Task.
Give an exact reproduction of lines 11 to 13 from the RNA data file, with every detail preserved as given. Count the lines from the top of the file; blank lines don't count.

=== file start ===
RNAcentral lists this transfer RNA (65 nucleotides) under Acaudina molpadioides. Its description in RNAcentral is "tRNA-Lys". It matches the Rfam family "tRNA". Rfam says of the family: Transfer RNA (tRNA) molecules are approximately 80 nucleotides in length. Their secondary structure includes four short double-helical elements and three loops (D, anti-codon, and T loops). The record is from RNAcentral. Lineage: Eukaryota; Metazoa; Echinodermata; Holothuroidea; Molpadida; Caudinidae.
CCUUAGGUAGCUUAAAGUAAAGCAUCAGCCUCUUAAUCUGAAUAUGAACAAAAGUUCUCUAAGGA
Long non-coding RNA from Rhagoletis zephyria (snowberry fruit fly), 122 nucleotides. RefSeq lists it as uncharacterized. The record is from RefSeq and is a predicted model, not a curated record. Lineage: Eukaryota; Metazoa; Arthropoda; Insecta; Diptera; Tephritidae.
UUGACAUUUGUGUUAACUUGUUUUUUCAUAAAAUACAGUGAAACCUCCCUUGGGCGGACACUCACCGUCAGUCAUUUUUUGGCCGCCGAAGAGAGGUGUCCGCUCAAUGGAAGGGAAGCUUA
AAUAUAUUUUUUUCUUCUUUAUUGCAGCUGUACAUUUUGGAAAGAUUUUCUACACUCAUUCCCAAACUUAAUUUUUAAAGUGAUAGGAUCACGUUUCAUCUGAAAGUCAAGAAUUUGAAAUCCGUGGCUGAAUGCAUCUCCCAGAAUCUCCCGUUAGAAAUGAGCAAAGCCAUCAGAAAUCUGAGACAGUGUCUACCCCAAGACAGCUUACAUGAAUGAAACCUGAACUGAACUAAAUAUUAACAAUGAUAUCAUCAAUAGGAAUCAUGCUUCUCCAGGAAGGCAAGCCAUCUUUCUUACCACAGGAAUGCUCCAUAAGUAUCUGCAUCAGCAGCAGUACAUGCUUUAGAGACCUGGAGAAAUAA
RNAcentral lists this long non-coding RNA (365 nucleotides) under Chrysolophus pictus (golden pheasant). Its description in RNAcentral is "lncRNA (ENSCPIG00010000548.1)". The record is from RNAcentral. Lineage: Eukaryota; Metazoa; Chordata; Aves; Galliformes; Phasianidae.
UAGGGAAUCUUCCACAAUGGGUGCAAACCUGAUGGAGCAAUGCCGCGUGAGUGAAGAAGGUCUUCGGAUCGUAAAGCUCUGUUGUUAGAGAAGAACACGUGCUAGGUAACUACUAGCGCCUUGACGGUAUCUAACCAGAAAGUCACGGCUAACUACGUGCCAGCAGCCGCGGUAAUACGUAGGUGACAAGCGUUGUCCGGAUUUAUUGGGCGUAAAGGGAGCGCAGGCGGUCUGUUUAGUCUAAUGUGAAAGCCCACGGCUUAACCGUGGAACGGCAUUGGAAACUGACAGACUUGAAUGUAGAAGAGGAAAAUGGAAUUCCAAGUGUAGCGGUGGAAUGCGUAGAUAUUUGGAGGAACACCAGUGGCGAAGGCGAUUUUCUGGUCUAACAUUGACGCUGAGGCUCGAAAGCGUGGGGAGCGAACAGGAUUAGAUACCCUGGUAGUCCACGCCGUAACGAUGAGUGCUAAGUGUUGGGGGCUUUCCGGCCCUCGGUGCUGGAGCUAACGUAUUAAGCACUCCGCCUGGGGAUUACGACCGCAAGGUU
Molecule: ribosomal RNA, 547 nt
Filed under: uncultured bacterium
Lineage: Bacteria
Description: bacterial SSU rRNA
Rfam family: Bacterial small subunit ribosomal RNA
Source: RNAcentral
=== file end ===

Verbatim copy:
Description: bacterial SSU rRNA
Rfam family: Bacterial small subunit ribosomal RNA
Source: RNAcentral